Now, as a good pragmatist, I could accept that and try to find another solution, based on the premise that assumes: it is impossible to stop manufacturing firearms. But do I want to participate in a society where the only sane solution is rejected out of hand as impossible?

Before I go on, let me admit: I know it is impossible. Not because of a natural law of physics, not because the Martians forced it on us, but because we humans (a sufficient majority of those in power) choose to make it impossible.

Crimes committed by firearms is just one example. Almost all of our unsolvable social problems have perfectly obvious, sane, simple solutions. All of them impossible.

So, do I want to participate in a society which is run by people who reject the only sane solution as impossible? Where the majority of citizens go along with this by refusing to consider and implement the required life style changes?

I can only see four basic choices:

1/ Escape from the mental institution to a place of sanity.
2/ Go along with the assumption that the water faucet is God.
3/ Try to convince the inmates they are wrong
4/ Ignore the inmates and isolate myself as much as humanly possible.

Looking at these options, I have to realize that: 1/ would require a space ship or a time machine; 2/ is repulsive and painful for a healthy mind; 3/ I have tried that - no chance in hell; 4/ is the only practical solution I have ever found.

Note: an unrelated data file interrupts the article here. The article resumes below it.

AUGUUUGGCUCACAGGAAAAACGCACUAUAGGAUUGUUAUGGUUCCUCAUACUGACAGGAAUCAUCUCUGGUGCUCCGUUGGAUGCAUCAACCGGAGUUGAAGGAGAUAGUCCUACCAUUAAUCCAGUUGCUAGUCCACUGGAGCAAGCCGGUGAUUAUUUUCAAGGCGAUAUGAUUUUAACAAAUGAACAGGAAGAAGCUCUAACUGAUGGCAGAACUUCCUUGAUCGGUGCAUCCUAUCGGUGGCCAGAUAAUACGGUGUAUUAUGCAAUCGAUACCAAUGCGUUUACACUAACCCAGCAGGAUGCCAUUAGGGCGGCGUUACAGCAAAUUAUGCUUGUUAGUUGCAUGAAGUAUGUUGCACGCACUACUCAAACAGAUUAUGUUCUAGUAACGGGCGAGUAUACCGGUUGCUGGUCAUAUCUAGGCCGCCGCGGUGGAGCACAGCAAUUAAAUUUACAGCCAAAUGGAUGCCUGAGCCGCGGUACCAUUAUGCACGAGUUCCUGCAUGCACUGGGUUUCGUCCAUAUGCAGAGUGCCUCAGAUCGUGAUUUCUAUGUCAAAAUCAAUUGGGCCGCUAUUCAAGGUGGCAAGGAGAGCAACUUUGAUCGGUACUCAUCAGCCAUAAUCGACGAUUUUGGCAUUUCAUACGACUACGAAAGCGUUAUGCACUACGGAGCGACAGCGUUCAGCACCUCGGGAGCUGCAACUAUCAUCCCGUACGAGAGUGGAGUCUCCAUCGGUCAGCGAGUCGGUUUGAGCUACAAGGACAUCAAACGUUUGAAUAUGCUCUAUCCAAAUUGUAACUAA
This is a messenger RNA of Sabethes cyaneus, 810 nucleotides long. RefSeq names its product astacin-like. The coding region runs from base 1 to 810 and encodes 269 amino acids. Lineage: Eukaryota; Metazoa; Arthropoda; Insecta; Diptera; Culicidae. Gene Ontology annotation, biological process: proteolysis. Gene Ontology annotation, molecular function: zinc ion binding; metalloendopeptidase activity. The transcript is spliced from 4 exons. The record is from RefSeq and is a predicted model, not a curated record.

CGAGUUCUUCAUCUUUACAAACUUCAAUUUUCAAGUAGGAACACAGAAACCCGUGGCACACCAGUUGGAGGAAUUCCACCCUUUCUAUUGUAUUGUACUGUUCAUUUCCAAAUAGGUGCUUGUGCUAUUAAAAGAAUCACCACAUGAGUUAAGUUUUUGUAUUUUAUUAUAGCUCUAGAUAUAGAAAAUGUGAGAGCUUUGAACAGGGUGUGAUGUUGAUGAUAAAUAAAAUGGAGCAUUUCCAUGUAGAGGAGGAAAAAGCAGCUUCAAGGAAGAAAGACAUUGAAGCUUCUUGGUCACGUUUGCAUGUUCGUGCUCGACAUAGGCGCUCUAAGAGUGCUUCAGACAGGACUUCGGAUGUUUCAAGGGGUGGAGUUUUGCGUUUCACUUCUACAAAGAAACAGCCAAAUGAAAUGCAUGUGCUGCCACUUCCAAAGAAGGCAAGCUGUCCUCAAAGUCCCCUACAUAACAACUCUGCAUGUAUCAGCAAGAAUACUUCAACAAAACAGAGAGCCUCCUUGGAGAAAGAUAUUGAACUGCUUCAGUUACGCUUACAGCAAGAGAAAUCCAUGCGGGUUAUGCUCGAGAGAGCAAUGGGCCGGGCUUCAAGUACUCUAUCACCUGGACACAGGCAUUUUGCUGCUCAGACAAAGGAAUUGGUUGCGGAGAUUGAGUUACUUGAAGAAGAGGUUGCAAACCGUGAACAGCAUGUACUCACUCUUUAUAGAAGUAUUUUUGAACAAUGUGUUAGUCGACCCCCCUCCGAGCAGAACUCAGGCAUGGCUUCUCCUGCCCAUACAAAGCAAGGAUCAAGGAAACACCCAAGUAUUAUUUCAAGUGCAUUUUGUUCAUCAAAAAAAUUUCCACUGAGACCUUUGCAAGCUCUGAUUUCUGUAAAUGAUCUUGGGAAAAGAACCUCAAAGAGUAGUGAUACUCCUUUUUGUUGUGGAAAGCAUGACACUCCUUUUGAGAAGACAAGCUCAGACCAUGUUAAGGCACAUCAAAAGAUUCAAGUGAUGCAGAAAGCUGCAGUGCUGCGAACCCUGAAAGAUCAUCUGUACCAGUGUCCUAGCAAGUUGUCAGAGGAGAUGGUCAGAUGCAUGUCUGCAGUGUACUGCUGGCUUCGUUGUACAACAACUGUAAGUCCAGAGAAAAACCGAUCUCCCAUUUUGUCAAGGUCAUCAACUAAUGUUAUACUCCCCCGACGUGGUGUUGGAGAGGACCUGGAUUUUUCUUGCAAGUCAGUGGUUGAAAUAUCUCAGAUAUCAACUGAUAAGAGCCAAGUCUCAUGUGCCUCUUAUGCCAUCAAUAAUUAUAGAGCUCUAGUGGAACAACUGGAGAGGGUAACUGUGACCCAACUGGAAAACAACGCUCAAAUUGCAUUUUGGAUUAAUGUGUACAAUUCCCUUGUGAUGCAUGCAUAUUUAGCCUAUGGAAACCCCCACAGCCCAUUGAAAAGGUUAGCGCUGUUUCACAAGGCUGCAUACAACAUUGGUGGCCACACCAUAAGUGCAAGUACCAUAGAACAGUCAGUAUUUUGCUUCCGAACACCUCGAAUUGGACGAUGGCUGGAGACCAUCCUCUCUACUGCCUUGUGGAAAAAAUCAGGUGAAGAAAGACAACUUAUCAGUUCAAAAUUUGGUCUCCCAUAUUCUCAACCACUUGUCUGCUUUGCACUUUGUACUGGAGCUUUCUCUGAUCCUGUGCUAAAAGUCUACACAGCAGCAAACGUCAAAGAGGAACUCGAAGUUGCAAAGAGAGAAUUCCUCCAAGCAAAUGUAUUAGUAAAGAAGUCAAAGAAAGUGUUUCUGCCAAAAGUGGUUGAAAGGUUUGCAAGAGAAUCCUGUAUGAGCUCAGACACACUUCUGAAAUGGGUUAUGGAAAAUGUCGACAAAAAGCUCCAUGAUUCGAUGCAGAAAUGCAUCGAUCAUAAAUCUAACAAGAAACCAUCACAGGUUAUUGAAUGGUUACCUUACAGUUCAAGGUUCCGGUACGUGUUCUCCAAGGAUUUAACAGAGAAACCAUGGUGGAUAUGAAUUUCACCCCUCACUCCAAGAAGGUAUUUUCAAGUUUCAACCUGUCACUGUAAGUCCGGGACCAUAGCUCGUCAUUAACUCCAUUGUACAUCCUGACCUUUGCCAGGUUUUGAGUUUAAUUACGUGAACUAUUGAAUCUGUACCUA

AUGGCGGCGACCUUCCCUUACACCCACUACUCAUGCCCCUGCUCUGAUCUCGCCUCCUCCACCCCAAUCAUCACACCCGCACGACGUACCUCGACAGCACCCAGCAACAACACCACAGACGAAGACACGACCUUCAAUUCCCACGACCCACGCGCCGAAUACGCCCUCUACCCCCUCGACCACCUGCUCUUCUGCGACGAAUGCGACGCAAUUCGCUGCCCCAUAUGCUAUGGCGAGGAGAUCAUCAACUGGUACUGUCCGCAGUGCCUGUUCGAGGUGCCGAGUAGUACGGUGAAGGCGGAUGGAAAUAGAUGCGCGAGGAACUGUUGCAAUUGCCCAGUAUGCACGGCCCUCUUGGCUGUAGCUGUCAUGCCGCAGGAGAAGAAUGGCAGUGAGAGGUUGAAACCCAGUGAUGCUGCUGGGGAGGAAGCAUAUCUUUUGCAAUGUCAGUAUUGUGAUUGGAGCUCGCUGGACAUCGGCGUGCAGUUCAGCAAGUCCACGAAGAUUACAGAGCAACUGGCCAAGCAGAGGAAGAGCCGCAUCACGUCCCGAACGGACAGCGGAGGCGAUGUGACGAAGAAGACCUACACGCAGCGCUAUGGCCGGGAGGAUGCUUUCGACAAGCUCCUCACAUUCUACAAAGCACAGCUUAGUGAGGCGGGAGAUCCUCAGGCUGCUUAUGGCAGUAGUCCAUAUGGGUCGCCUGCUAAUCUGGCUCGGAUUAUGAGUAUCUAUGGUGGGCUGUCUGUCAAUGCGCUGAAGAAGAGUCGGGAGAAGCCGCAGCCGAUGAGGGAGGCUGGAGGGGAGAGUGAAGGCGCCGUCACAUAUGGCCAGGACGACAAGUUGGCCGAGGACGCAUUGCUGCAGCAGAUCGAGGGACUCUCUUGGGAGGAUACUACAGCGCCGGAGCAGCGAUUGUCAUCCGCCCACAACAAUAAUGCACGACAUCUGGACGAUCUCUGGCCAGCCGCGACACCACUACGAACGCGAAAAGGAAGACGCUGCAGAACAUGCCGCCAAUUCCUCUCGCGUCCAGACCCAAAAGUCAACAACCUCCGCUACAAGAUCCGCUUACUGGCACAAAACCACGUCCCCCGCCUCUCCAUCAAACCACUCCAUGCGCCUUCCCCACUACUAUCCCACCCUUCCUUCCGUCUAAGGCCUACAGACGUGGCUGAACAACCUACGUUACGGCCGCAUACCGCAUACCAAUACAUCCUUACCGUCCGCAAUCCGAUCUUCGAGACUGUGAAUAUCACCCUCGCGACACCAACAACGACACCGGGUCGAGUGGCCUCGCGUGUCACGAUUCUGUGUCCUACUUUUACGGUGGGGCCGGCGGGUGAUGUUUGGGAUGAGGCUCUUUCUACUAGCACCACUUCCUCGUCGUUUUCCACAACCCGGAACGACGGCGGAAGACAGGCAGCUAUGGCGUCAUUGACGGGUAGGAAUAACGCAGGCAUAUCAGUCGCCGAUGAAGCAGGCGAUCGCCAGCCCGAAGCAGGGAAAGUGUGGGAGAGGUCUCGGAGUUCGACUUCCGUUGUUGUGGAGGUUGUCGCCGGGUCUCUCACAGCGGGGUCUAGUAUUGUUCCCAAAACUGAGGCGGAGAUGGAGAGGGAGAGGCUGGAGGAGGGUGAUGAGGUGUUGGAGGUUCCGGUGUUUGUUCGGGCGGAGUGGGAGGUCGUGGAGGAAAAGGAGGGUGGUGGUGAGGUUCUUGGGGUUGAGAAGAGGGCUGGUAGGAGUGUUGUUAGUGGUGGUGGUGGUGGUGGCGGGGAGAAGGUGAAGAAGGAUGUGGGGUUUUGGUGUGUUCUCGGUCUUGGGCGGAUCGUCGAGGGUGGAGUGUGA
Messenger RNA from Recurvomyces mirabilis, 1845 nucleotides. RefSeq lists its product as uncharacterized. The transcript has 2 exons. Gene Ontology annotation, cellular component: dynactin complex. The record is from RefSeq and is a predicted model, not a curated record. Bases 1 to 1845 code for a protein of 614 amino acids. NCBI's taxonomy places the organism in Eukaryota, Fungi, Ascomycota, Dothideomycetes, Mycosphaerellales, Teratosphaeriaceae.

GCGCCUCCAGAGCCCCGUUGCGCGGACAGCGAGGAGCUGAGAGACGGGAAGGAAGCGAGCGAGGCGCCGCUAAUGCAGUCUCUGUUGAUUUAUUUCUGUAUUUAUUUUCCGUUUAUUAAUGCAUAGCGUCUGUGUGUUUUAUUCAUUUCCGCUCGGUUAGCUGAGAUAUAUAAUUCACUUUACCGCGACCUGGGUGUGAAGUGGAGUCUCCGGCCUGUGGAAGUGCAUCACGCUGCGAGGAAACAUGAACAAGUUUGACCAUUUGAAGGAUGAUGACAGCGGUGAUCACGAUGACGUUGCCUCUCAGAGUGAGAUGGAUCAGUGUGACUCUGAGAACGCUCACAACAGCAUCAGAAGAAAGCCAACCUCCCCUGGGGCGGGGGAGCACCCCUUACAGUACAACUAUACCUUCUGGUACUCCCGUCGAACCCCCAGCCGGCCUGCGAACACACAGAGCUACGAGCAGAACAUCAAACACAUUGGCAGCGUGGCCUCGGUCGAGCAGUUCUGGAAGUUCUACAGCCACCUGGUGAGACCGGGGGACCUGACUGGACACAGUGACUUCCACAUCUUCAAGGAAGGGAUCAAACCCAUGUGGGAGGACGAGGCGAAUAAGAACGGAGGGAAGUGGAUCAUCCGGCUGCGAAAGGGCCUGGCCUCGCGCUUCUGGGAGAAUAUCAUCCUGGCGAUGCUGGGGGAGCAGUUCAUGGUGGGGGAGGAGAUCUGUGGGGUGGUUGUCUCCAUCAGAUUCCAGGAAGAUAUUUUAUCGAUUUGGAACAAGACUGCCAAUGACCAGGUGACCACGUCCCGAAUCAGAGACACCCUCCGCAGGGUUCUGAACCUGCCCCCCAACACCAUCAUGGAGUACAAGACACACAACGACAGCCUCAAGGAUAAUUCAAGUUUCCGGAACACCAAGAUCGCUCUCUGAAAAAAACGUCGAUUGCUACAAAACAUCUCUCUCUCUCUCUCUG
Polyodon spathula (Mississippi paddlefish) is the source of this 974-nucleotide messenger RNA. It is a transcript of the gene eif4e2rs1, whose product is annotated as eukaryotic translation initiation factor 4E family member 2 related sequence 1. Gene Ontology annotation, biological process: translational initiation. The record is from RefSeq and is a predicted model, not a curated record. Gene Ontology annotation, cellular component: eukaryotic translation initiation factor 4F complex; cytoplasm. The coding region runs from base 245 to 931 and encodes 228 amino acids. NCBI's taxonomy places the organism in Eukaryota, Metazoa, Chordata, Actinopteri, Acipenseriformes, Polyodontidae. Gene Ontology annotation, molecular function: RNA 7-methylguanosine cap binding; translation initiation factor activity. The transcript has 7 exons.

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09-02-2013, 11:10 AM
Re: On guns, where does one draw the line
I'm beginning to think your answer to 4 is correct. Convincing an inmate they are in jail should not be so bloody hard.

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09-02-2013, 11:27 AM
RE: On guns, where does one draw the line
(09-02-2013 09:29 AM)Zat Wrote:  Would I like to live in a mental institution, where everyone behaved sensibly, as long as one accepts the assumption that the water faucet is God?

3/ Try to convince the inmates they are wrong

That would seem simple, if they actually accepted that there was, in fact, a water faucet.

If they didn't accept that there was a water faucet (only God), you would have a problem; but otherwise, I'd presume, if you no longer provided a conclusion, but only the self-evident, the compulsion for everyone else to provide a conclusion might disappear.

The Paradox Of Fools And Wise Men:
“The whole problem with the world is that fools and fanatics are always so certain of themselves, but wiser men so full of doubts.” ― Bertrand Russell